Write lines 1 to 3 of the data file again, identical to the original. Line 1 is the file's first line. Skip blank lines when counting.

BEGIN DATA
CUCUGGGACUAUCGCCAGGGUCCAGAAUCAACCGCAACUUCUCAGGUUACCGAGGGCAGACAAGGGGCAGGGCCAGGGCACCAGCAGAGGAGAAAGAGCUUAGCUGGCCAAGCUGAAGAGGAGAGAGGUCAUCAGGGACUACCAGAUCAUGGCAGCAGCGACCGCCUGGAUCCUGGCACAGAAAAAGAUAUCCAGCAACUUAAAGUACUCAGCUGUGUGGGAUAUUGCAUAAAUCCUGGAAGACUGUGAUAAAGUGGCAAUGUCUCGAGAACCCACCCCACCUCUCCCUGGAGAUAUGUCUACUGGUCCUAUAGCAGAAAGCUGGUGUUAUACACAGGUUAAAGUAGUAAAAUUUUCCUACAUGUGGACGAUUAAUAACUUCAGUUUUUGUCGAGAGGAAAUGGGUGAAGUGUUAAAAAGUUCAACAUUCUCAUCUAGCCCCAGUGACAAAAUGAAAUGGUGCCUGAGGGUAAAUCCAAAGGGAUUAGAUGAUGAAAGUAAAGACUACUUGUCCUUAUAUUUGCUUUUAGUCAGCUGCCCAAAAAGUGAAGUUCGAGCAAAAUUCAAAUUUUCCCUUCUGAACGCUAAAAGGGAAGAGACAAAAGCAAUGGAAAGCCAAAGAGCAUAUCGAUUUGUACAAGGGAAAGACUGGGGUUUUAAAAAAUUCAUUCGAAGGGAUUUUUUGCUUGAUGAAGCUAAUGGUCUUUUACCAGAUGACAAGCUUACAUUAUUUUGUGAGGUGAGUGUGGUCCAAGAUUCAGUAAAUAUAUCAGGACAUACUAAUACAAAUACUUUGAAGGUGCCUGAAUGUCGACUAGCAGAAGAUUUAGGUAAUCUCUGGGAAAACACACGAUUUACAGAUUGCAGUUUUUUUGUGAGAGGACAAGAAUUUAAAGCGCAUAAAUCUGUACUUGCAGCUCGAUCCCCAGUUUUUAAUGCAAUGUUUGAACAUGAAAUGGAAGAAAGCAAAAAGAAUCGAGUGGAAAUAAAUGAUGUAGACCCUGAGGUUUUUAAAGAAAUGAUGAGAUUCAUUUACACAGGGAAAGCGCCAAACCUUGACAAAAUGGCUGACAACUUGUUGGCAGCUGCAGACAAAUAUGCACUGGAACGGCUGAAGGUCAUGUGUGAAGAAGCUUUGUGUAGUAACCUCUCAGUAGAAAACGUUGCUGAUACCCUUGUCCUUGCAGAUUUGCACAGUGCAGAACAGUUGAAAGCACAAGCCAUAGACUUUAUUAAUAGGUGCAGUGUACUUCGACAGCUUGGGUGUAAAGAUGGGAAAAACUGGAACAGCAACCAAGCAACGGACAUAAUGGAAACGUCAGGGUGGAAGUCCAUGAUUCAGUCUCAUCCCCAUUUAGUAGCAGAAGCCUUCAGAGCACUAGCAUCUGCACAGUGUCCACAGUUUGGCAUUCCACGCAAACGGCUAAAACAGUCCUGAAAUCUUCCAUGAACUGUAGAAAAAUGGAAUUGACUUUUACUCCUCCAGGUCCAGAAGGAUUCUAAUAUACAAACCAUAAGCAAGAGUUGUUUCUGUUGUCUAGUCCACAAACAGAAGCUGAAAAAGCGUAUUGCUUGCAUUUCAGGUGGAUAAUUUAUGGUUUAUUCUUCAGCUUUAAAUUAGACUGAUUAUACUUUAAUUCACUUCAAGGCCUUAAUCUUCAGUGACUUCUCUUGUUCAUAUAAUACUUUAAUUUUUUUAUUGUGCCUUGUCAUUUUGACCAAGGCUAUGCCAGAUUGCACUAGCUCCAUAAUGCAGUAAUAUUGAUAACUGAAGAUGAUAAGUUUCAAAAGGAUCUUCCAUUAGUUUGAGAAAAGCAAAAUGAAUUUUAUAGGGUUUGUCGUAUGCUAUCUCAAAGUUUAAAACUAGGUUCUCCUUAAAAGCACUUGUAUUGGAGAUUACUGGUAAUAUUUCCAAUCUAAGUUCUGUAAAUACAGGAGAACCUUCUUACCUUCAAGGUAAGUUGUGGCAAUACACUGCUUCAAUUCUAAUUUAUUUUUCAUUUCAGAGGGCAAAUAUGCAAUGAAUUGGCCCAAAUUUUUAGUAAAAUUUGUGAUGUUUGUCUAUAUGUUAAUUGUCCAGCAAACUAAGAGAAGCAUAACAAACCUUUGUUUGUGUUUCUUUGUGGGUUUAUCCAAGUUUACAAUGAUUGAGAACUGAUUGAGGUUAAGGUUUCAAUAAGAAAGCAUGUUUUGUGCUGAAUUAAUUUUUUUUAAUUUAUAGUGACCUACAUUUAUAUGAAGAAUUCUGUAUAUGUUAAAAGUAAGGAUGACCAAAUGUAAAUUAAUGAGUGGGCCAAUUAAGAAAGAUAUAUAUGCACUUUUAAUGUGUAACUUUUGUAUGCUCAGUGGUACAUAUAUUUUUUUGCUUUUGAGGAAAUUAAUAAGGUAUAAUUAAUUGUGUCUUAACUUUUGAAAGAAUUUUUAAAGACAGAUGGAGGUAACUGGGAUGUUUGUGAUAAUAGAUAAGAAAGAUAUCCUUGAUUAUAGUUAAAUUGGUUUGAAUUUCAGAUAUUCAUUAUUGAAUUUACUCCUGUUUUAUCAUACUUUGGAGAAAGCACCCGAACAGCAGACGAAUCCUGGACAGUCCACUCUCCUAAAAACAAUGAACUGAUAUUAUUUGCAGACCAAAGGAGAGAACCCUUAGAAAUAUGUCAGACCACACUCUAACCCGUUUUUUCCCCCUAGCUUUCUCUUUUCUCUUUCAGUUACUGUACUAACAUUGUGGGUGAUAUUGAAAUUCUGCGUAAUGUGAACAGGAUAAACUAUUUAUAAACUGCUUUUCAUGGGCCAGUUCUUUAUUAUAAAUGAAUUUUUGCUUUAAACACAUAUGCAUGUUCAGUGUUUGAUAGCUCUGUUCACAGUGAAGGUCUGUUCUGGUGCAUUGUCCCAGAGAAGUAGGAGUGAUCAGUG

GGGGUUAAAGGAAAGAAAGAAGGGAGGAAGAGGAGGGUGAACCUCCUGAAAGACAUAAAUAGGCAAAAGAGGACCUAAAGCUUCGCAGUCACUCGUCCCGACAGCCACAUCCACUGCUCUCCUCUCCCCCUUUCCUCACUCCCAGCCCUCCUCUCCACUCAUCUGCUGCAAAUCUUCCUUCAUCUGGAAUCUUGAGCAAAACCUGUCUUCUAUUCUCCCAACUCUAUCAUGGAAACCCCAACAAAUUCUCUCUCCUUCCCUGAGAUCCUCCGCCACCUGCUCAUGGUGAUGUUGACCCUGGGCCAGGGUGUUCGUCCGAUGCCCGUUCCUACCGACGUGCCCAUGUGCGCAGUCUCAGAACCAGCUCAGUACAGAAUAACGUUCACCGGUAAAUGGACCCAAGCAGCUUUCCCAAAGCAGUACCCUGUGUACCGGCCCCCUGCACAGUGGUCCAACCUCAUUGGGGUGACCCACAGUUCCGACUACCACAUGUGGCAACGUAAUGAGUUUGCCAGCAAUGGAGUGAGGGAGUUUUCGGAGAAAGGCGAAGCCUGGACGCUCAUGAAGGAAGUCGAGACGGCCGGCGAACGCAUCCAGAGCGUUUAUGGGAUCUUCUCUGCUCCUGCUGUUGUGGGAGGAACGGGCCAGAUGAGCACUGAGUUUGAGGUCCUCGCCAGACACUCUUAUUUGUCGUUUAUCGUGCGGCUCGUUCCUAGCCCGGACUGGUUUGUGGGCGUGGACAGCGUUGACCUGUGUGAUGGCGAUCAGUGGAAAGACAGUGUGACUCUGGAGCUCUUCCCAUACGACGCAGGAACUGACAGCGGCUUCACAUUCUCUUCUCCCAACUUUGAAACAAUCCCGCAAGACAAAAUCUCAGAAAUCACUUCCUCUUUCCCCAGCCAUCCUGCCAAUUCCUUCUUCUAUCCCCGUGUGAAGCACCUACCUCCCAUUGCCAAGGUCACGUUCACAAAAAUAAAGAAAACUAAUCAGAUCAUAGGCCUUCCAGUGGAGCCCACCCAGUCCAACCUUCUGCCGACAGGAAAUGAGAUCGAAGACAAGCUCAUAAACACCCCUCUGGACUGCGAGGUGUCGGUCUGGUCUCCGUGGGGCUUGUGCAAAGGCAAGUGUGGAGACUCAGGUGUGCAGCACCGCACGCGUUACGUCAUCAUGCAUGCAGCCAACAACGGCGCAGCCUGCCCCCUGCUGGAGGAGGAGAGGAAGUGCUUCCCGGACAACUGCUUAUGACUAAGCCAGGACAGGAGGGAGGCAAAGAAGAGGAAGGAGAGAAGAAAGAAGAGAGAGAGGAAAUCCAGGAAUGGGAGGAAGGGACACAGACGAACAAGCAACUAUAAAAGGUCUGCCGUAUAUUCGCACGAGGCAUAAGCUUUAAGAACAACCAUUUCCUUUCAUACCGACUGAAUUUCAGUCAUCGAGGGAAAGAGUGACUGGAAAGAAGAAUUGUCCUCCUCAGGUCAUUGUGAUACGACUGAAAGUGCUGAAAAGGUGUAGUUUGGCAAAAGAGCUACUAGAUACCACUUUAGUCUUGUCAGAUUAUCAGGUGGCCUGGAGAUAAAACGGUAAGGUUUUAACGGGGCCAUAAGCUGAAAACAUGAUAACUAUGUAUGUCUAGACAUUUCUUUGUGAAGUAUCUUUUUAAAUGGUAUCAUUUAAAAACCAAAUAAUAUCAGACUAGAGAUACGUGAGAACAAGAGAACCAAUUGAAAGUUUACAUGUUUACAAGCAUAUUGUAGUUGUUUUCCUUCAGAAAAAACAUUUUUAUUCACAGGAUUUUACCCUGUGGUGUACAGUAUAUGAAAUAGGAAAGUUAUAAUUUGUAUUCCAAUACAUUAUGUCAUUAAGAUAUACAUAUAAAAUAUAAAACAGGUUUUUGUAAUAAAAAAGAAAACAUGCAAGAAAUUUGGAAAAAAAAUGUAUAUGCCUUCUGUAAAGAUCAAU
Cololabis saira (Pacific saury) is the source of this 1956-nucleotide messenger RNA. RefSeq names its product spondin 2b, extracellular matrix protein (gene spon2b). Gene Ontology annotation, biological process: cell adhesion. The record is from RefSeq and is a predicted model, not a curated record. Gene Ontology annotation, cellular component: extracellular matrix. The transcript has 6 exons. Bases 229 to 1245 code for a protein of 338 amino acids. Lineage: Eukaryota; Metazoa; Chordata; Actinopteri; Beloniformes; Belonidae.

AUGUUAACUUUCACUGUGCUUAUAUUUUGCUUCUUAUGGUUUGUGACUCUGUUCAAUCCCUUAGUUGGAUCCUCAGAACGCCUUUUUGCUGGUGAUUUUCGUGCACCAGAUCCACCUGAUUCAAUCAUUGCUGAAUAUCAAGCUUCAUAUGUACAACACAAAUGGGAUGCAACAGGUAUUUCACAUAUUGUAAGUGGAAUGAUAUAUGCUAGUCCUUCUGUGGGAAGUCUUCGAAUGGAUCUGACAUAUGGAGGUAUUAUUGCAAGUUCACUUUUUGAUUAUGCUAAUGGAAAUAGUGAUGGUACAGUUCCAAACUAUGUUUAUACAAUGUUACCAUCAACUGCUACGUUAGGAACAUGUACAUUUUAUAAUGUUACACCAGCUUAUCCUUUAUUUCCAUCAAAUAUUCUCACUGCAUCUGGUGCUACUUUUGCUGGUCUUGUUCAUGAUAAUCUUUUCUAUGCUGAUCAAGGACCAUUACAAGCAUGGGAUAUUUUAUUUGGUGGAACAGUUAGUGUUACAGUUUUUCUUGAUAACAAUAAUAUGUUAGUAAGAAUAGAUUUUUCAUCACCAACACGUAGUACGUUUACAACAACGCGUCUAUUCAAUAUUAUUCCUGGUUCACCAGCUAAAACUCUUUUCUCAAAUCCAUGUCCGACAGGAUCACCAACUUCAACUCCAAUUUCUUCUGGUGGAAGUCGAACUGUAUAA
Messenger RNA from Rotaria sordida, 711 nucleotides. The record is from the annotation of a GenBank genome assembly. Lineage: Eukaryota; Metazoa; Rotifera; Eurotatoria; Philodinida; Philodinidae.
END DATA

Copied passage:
CUCUGGGACUAUCGCCAGGGUCCAGAAUCAACCGCAACUUCUCAGGUUACCGAGGGCAGACAAGGGGCAGGGCCAGGGCACCAGCAGAGGAGAAAGAGCUUAGCUGGCCAAGCUGAAGAGGAGAGAGGUCAUCAGGGACUACCAGAUCAUGGCAGCAGCGACCGCCUGGAUCCUGGCACAGAAAAAGAUAUCCAGCAACUUAAAGUACUCAGCUGUGUGGGAUAUUGCAUAAAUCCUGGAAGACUGUGAUAAAGUGGCAAUGUCUCGAGAACCCACCCCACCUCUCCCUGGAGAUAUGUCUACUGGUCCUAUAGCAGAAAGCUGGUGUUAUACACAGGUUAAAGUAGUAAAAUUUUCCUACAUGUGGACGAUUAAUAACUUCAGUUUUUGUCGAGAGGAAAUGGGUGAAGUGUUAAAAAGUUCAACAUUCUCAUCUAGCCCCAGUGACAAAAUGAAAUGGUGCCUGAGGGUAAAUCCAAAGGGAUUAGAUGAUGAAAGUAAAGACUACUUGUCCUUAUAUUUGCUUUUAGUCAGCUGCCCAAAAAGUGAAGUUCGAGCAAAAUUCAAAUUUUCCCUUCUGAACGCUAAAAGGGAAGAGACAAAAGCAAUGGAAAGCCAAAGAGCAUAUCGAUUUGUACAAGGGAAAGACUGGGGUUUUAAAAAAUUCAUUCGAAGGGAUUUUUUGCUUGAUGAAGCUAAUGGUCUUUUACCAGAUGACAAGCUUACAUUAUUUUGUGAGGUGAGUGUGGUCCAAGAUUCAGUAAAUAUAUCAGGACAUACUAAUACAAAUACUUUGAAGGUGCCUGAAUGUCGACUAGCAGAAGAUUUAGGUAAUCUCUGGGAAAACACACGAUUUACAGAUUGCAGUUUUUUUGUGAGAGGACAAGAAUUUAAAGCGCAUAAAUCUGUACUUGCAGCUCGAUCCCCAGUUUUUAAUGCAAUGUUUGAACAUGAAAUGGAAGAAAGCAAAAAGAAUCGAGUGGAAAUAAAUGAUGUAGACCCUGAGGUUUUUAAAGAAAUGAUGAGAUUCAUUUACACAGGGAAAGCGCCAAACCUUGACAAAAUGGCUGACAACUUGUUGGCAGCUGCAGACAAAUAUGCACUGGAACGGCUGAAGGUCAUGUGUGAAGAAGCUUUGUGUAGUAACCUCUCAGUAGAAAACGUUGCUGAUACCCUUGUCCUUGCAGAUUUGCACAGUGCAGAACAGUUGAAAGCACAAGCCAUAGACUUUAUUAAUAGGUGCAGUGUACUUCGACAGCUUGGGUGUAAAGAUGGGAAAAACUGGAACAGCAACCAAGCAACGGACAUAAUGGAAACGUCAGGGUGGAAGUCCAUGAUUCAGUCUCAUCCCCAUUUAGUAGCAGAAGCCUUCAGAGCACUAGCAUCUGCACAGUGUCCACAGUUUGGCAUUCCACGCAAACGGCUAAAACAGUCCUGAAAUCUUCCAUGAACUGUAGAAAAAUGGAAUUGACUUUUACUCCUCCAGGUCCAGAAGGAUUCUAAUAUACAAACCAUAAGCAAGAGUUGUUUCUGUUGUCUAGUCCACAAACAGAAGCUGAAAAAGCGUAUUGCUUGCAUUUCAGGUGGAUAAUUUAUGGUUUAUUCUUCAGCUUUAAAUUAGACUGAUUAUACUUUAAUUCACUUCAAGGCCUUAAUCUUCAGUGACUUCUCUUGUUCAUAUAAUACUUUAAUUUUUUUAUUGUGCCUUGUCAUUUUGACCAAGGCUAUGCCAGAUUGCACUAGCUCCAUAAUGCAGUAAUAUUGAUAACUGAAGAUGAUAAGUUUCAAAAGGAUCUUCCAUUAGUUUGAGAAAAGCAAAAUGAAUUUUAUAGGGUUUGUCGUAUGCUAUCUCAAAGUUUAAAACUAGGUUCUCCUUAAAAGCACUUGUAUUGGAGAUUACUGGUAAUAUUUCCAAUCUAAGUUCUGUAAAUACAGGAGAACCUUCUUACCUUCAAGGUAAGUUGUGGCAAUACACUGCUUCAAUUCUAAUUUAUUUUUCAUUUCAGAGGGCAAAUAUGCAAUGAAUUGGCCCAAAUUUUUAGUAAAAUUUGUGAUGUUUGUCUAUAUGUUAAUUGUCCAGCAAACUAAGAGAAGCAUAACAAACCUUUGUUUGUGUUUCUUUGUGGGUUUAUCCAAGUUUACAAUGAUUGAGAACUGAUUGAGGUUAAGGUUUCAAUAAGAAAGCAUGUUUUGUGCUGAAUUAAUUUUUUUUAAUUUAUAGUGACCUACAUUUAUAUGAAGAAUUCUGUAUAUGUUAAAAGUAAGGAUGACCAAAUGUAAAUUAAUGAGUGGGCCAAUUAAGAAAGAUAUAUAUGCACUUUUAAUGUGUAACUUUUGUAUGCUCAGUGGUACAUAUAUUUUUUUGCUUUUGAGGAAAUUAAUAAGGUAUAAUUAAUUGUGUCUUAACUUUUGAAAGAAUUUUUAAAGACAGAUGGAGGUAACUGGGAUGUUUGUGAUAAUAGAUAAGAAAGAUAUCCUUGAUUAUAGUUAAAUUGGUUUGAAUUUCAGAUAUUCAUUAUUGAAUUUACUCCUGUUUUAUCAUACUUUGGAGAAAGCACCCGAACAGCAGACGAAUCCUGGACAGUCCACUCUCCUAAAAACAAUGAACUGAUAUUAUUUGCAGACCAAAGGAGAGAACCCUUAGAAAUAUGUCAGACCACACUCUAACCCGUUUUUUCCCCCUAGCUUUCUCUUUUCUCUUUCAGUUACUGUACUAACAUUGUGGGUGAUAUUGAAAUUCUGCGUAAUGUGAACAGGAUAAACUAUUUAUAAACUGCUUUUCAUGGGCCAGUUCUUUAUUAUAAAUGAAUUUUUGCUUUAAACACAUAUGCAUGUUCAGUGUUUGAUAGCUCUGUUCACAGUGAAGGUCUGUUCUGGUGCAUUGUCCCAGAGAAGUAGGAGUGAUCAGUG

GGGGUUAAAGGAAAGAAAGAAGGGAGGAAGAGGAGGGUGAACCUCCUGAAAGACAUAAAUAGGCAAAAGAGGACCUAAAGCUUCGCAGUCACUCGUCCCGACAGCCACAUCCACUGCUCUCCUCUCCCCCUUUCCUCACUCCCAGCCCUCCUCUCCACUCAUCUGCUGCAAAUCUUCCUUCAUCUGGAAUCUUGAGCAAAACCUGUCUUCUAUUCUCCCAACUCUAUCAUGGAAACCCCAACAAAUUCUCUCUCCUUCCCUGAGAUCCUCCGCCACCUGCUCAUGGUGAUGUUGACCCUGGGCCAGGGUGUUCGUCCGAUGCCCGUUCCUACCGACGUGCCCAUGUGCGCAGUCUCAGAACCAGCUCAGUACAGAAUAACGUUCACCGGUAAAUGGACCCAAGCAGCUUUCCCAAAGCAGUACCCUGUGUACCGGCCCCCUGCACAGUGGUCCAACCUCAUUGGGGUGACCCACAGUUCCGACUACCACAUGUGGCAACGUAAUGAGUUUGCCAGCAAUGGAGUGAGGGAGUUUUCGGAGAAAGGCGAAGCCUGGACGCUCAUGAAGGAAGUCGAGACGGCCGGCGAACGCAUCCAGAGCGUUUAUGGGAUCUUCUCUGCUCCUGCUGUUGUGGGAGGAACGGGCCAGAUGAGCACUGAGUUUGAGGUCCUCGCCAGACACUCUUAUUUGUCGUUUAUCGUGCGGCUCGUUCCUAGCCCGGACUGGUUUGUGGGCGUGGACAGCGUUGACCUGUGUGAUGGCGAUCAGUGGAAAGACAGUGUGACUCUGGAGCUCUUCCCAUACGACGCAGGAACUGACAGCGGCUUCACAUUCUCUUCUCCCAACUUUGAAACAAUCCCGCAAGACAAAAUCUCAGAAAUCACUUCCUCUUUCCCCAGCCAUCCUGCCAAUUCCUUCUUCUAUCCCCGUGUGAAGCACCUACCUCCCAUUGCCAAGGUCACGUUCACAAAAAUAAAGAAAACUAAUCAGAUCAUAGGCCUUCCAGUGGAGCCCACCCAGUCCAACCUUCUGCCGACAGGAAAUGAGAUCGAAGACAAGCUCAUAAACACCCCUCUGGACUGCGAGGUGUCGGUCUGGUCUCCGUGGGGCUUGUGCAAAGGCAAGUGUGGAGACUCAGGUGUGCAGCACCGCACGCGUUACGUCAUCAUGCAUGCAGCCAACAACGGCGCAGCCUGCCCCCUGCUGGAGGAGGAGAGGAAGUGCUUCCCGGACAACUGCUUAUGACUAAGCCAGGACAGGAGGGAGGCAAAGAAGAGGAAGGAGAGAAGAAAGAAGAGAGAGAGGAAAUCCAGGAAUGGGAGGAAGGGACACAGACGAACAAGCAACUAUAAAAGGUCUGCCGUAUAUUCGCACGAGGCAUAAGCUUUAAGAACAACCAUUUCCUUUCAUACCGACUGAAUUUCAGUCAUCGAGGGAAAGAGUGACUGGAAAGAAGAAUUGUCCUCCUCAGGUCAUUGUGAUACGACUGAAAGUGCUGAAAAGGUGUAGUUUGGCAAAAGAGCUACUAGAUACCACUUUAGUCUUGUCAGAUUAUCAGGUGGCCUGGAGAUAAAACGGUAAGGUUUUAACGGGGCCAUAAGCUGAAAACAUGAUAACUAUGUAUGUCUAGACAUUUCUUUGUGAAGUAUCUUUUUAAAUGGUAUCAUUUAAAAACCAAAUAAUAUCAGACUAGAGAUACGUGAGAACAAGAGAACCAAUUGAAAGUUUACAUGUUUACAAGCAUAUUGUAGUUGUUUUCCUUCAGAAAAAACAUUUUUAUUCACAGGAUUUUACCCUGUGGUGUACAGUAUAUGAAAUAGGAAAGUUAUAAUUUGUAUUCCAAUACAUUAUGUCAUUAAGAUAUACAUAUAAAAUAUAAAACAGGUUUUUGUAAUAAAAAAGAAAACAUGCAAGAAAUUUGGAAAAAAAAUGUAUAUGCCUUCUGUAAAGAUCAAU
Cololabis saira (Pacific saury) is the source of this 1956-nucleotide messenger RNA. RefSeq names its product spondin 2b, extracellular matrix protein (gene spon2b). Gene Ontology annotation, biological process: cell adhesion. The record is from RefSeq and is a predicted model, not a curated record. Gene Ontology annotation, cellular component: extracellular matrix. The transcript has 6 exons. Bases 229 to 1245 code for a protein of 338 amino acids. Lineage: Eukaryota; Metazoa; Chordata; Actinopteri; Beloniformes; Belonidae.